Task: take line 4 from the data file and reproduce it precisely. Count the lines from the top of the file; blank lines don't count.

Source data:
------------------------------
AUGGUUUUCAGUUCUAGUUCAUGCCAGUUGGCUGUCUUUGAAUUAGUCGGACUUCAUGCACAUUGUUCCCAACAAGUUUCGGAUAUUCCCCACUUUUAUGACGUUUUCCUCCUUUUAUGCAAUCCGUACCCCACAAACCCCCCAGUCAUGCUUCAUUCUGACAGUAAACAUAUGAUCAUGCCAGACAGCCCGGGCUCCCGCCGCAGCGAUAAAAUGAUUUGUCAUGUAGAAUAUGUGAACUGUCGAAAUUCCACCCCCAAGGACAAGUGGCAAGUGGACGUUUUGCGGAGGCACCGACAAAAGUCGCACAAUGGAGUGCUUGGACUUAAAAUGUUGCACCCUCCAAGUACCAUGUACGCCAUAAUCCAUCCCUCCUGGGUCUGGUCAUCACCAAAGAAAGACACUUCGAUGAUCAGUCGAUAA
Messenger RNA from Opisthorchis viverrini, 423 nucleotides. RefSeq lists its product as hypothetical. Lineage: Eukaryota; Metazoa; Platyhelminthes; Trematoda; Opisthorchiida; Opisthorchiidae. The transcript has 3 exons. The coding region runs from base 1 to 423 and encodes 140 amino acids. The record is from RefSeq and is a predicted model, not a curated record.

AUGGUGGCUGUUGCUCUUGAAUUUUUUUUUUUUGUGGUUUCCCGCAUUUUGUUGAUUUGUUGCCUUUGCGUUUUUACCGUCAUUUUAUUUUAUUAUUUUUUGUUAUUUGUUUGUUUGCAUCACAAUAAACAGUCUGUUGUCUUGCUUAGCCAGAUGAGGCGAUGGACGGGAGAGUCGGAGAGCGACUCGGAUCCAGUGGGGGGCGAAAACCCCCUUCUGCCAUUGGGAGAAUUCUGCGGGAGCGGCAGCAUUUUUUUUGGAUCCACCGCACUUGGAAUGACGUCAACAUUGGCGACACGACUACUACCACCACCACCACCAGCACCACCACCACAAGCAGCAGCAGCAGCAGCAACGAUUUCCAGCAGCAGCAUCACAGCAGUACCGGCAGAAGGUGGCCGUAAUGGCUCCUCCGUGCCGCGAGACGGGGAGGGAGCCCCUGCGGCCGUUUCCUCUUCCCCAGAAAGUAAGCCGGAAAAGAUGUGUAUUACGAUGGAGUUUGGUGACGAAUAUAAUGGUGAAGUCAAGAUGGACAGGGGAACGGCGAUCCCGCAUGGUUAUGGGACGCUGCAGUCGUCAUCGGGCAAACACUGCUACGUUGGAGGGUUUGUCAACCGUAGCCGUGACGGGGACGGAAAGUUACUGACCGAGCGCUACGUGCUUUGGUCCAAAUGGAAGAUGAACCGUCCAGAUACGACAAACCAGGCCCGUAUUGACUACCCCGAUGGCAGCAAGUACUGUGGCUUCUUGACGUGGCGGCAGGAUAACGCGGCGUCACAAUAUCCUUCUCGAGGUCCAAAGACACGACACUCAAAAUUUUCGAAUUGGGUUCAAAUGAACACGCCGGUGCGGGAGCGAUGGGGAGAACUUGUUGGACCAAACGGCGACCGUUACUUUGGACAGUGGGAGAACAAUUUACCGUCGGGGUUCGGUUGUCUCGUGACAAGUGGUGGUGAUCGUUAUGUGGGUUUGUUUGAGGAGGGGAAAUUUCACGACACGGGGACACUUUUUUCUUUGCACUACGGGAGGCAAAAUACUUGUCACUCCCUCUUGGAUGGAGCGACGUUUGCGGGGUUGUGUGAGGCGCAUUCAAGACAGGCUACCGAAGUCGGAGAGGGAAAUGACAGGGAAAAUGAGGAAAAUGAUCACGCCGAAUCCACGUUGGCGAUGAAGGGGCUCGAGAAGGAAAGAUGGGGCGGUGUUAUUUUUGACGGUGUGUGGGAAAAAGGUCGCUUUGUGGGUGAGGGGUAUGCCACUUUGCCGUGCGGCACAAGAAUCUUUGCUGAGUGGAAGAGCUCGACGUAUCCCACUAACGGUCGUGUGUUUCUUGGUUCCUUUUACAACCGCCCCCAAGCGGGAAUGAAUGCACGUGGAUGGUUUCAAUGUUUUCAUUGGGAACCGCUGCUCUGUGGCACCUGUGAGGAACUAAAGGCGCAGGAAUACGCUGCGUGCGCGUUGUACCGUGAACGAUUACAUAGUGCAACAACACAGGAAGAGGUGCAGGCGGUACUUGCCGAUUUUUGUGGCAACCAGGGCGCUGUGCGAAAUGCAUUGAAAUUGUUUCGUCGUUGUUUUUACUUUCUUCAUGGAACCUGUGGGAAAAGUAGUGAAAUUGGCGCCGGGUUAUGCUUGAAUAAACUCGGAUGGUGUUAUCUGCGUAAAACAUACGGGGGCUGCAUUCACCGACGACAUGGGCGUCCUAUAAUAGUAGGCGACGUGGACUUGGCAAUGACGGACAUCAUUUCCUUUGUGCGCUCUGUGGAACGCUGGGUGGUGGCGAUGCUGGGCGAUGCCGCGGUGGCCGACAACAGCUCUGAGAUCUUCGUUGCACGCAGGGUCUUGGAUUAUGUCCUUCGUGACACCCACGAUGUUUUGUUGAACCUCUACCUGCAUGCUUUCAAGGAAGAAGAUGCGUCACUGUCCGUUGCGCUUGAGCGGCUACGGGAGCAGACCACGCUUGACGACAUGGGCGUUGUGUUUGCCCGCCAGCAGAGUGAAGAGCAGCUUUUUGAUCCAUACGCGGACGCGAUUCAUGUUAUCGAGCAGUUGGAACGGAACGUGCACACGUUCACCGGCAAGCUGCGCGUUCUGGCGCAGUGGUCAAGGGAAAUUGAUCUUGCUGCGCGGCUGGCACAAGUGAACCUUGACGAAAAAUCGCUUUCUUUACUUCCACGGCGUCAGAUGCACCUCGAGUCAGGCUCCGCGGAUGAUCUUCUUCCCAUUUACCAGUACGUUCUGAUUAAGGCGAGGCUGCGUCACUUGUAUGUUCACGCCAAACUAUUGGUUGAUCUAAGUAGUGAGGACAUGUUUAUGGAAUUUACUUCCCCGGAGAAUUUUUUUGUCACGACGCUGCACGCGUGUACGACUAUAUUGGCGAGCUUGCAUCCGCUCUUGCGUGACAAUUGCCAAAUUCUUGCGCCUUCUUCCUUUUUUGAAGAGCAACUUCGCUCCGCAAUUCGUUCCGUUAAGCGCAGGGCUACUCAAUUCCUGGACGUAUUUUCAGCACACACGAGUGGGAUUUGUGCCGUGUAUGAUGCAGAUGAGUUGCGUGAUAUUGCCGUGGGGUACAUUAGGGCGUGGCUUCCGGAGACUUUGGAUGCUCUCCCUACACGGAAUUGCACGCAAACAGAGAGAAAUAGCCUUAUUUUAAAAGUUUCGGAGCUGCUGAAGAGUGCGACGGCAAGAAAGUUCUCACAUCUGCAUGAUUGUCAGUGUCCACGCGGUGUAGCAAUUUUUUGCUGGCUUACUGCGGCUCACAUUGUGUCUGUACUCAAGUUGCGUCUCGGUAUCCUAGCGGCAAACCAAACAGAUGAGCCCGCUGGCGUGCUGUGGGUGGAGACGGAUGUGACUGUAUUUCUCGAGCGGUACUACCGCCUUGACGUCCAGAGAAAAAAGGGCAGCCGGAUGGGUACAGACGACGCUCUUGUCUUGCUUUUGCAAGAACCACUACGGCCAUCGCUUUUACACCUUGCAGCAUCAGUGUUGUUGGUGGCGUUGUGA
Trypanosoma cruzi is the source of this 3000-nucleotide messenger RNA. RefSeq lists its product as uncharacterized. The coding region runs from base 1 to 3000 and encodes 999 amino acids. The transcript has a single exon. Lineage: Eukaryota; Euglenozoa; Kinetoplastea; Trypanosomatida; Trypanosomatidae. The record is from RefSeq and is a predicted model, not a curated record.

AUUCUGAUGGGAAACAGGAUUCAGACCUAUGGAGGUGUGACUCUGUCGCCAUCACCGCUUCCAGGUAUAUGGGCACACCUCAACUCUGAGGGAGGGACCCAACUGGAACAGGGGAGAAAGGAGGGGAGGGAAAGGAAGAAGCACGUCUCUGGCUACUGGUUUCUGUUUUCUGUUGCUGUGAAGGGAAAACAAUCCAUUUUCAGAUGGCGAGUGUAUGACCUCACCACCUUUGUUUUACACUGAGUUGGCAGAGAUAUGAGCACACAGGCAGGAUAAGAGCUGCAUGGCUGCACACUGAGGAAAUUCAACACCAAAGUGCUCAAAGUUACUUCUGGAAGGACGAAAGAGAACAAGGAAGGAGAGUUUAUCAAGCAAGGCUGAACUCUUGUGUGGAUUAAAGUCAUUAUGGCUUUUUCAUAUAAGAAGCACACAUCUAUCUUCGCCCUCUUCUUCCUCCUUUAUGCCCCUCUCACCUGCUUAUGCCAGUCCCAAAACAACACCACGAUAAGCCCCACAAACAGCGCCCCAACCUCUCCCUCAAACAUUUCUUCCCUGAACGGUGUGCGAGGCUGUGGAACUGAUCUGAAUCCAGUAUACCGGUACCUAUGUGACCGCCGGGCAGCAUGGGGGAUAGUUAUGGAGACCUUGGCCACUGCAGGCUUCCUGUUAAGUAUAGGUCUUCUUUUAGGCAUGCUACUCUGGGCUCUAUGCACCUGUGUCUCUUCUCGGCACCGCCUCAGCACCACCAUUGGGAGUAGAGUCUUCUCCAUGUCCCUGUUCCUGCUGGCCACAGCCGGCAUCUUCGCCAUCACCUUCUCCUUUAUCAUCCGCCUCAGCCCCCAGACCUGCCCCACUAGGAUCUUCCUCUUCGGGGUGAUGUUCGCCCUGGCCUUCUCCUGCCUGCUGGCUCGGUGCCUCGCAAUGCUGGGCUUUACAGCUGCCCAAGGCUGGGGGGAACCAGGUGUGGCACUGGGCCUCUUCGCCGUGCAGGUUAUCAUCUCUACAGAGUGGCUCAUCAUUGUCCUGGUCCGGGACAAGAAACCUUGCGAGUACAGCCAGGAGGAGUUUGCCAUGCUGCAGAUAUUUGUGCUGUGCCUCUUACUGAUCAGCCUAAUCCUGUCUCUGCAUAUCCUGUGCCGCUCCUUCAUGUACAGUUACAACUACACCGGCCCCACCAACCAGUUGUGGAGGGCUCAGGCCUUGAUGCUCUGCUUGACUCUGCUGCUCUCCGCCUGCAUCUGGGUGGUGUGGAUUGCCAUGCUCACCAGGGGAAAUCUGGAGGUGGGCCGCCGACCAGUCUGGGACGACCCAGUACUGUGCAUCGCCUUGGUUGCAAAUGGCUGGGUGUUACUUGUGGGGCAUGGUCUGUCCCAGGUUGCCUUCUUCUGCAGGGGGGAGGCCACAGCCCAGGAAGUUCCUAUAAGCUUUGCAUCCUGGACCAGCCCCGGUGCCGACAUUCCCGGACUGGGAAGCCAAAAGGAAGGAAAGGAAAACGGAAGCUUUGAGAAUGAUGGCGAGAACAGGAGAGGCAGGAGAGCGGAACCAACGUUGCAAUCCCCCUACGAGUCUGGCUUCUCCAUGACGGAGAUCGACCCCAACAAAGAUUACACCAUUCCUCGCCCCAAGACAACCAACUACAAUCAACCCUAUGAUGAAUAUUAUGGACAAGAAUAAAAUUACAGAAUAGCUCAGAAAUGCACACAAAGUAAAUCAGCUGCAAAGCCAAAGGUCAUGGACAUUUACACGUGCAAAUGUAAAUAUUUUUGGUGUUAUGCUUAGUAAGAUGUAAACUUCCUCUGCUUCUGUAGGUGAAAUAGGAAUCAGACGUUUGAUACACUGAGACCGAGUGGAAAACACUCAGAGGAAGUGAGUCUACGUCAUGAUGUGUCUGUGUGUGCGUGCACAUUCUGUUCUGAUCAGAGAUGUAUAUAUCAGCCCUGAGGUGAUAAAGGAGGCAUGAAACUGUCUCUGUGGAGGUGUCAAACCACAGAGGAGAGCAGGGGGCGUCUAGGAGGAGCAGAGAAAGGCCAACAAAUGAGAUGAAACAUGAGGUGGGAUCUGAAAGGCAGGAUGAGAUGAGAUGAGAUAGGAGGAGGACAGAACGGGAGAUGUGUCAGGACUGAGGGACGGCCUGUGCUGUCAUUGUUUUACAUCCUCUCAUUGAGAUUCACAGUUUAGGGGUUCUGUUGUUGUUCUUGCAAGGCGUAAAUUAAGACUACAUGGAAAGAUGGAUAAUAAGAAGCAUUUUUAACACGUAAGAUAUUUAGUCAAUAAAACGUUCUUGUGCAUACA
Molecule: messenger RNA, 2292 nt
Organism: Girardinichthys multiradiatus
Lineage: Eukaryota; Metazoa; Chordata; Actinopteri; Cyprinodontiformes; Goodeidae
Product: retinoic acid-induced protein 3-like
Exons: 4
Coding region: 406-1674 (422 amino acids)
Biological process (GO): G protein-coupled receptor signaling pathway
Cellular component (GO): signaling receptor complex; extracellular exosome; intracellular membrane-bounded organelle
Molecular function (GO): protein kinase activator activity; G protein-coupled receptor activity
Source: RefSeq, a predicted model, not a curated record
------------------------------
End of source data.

Trypanosoma cruzi is the source of this 3000-nucleotide messenger RNA. RefSeq lists its product as uncharacterized. The coding region runs from base 1 to 3000 and encodes 999 amino acids. The transcript has a single exon. Lineage: Eukaryota; Euglenozoa; Kinetoplastea; Trypanosomatida; Trypanosomatidae. The record is from RefSeq and is a predicted model, not a curated record.